China rejects applications for chartered flights from South Korea
No reason is given, but decision is thought to be linked to Beijing’s displeasure over Seoul’s planned deployment of US anti-missile defence system
The Chinese government has disapproved applications for chartered flights departing from Korea, domestic airlines and the Ministry of Land, Infrastructure and Transport confirmed on Sunday.
Chinese aviation authorities rejected eight flights of Asiana Airlines, Jeju Air and Jin Air last week to destinations on the mainland for January. Chartered flights are serviced when there are surplus demands, such as during China’s national holidays. Lunar New Year, a major holiday in China, is coming at the end of this month.
“There have been cases in which flights of a certain carrier or route were rejected for safety reasons, but it is unprecedented for a whole group of flights of various carriers and routes to be disapproved,” said Kim Jung-hee, director of international air transport at the ministry.
In addition, it appears Chinese carriers may also withdraw applications for charted flights to Korea.
“China Southern Airlines and China Eastern Air told us to hold their applications following their government’s disapproval of charted flights from Korea,” Kim said. “Although we have yet to hear from them, it seems likely they will withdraw their applications in line with the Chinese government’s rejections.”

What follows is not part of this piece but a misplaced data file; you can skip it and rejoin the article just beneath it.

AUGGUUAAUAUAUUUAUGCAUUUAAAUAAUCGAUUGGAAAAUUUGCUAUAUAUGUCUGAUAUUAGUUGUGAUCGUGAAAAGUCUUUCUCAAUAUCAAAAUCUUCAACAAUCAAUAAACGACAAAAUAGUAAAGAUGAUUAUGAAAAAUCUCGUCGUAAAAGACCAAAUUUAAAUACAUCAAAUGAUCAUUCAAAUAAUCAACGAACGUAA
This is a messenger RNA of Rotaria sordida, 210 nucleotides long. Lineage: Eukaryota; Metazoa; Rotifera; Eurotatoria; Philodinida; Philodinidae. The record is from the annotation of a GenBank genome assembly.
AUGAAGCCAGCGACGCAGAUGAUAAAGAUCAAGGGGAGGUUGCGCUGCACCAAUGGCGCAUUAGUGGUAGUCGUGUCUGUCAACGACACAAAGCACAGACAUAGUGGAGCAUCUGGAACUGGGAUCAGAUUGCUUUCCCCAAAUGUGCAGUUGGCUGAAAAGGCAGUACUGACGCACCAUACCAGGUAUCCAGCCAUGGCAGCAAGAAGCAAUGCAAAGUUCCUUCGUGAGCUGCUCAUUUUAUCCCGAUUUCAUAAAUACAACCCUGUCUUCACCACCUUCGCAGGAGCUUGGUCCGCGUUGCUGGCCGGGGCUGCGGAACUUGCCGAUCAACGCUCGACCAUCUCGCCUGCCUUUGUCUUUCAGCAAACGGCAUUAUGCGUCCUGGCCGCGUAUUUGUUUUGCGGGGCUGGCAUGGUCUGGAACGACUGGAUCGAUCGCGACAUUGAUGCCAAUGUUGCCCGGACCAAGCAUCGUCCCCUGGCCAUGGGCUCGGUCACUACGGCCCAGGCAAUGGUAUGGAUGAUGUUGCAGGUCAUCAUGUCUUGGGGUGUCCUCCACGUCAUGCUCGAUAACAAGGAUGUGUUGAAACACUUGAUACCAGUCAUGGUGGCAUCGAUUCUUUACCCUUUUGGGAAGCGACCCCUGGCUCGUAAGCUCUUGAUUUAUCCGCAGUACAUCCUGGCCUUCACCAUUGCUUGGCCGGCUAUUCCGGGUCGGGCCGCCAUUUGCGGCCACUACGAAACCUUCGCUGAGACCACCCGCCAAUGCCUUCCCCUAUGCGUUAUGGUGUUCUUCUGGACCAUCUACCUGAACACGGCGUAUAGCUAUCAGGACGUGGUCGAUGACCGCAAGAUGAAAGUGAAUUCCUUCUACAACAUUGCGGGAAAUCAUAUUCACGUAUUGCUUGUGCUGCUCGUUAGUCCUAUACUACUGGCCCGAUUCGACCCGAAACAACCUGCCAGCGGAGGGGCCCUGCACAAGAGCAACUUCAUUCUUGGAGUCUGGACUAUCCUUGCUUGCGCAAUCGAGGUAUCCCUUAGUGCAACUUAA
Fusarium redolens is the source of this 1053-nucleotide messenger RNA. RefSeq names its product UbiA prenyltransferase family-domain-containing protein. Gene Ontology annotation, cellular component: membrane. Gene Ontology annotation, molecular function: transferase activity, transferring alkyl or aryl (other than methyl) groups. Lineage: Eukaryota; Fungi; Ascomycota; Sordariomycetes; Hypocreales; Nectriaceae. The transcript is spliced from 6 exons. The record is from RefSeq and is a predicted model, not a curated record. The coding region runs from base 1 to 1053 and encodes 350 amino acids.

Chinese authorities did not specify the reason behind the disapproval. There is speculation that the measures could be retaliation for Korea’s decision last year to deploy the Terminal High Altitude Area Defence system (THAAD) to shield Pyongyang’s military threats. China is opposed to the US anti-missile defence system in Korea, claiming it will destroy the regional security balance.
Beijing is Seoul’s largest trading partner and the Chinese account for the largest number of tourists to Korea. Since Seoul’s announcement to deploy THAAD last July, China has taken a number of measures that appear to be hostile towards Korea.
In September, the Chinese Embassy in Korea raised the eligibility for business visa applicants. In November, Korea’s fifth-largest conglomerate Lotte found its China units faced unusual tax audit and safety inspections, which were seen as a retaliatory measure against the group which provided the site for the THAAD deployment.
Beijing has also restricted Seoul’s considerable cultural presence in the mainland, such as ordering broadcasters not to air Korean dramas and restricting the appearance of Korean stars on local media.
The Chinese government’s rejection of chartered flights from Korea is seen as another means of pressuring Seoul over THAAD.
However, the official at Korea’s land ministry said, “This is speculation, and the government is seeking to figure out China’s motive.”
The ministry last week attempted to reach Chinese authorities through the Korean Embassy in Seoul, but said it failed to receive a response.
“We expect China’s carriers to get back to us concerning the matter this week. In the meantime, we plan to speak with domestic carriers on Tuesday,” Kim said.
The cancellation of chartered flights between Beijing and Seoul will likely affect the number of Chinese tourists visiting South Korea during the Lunar New Year holiday.
“Domestic carriers will see a fall in sales, but the tourism industry will probably be more significantly affected,” the official said.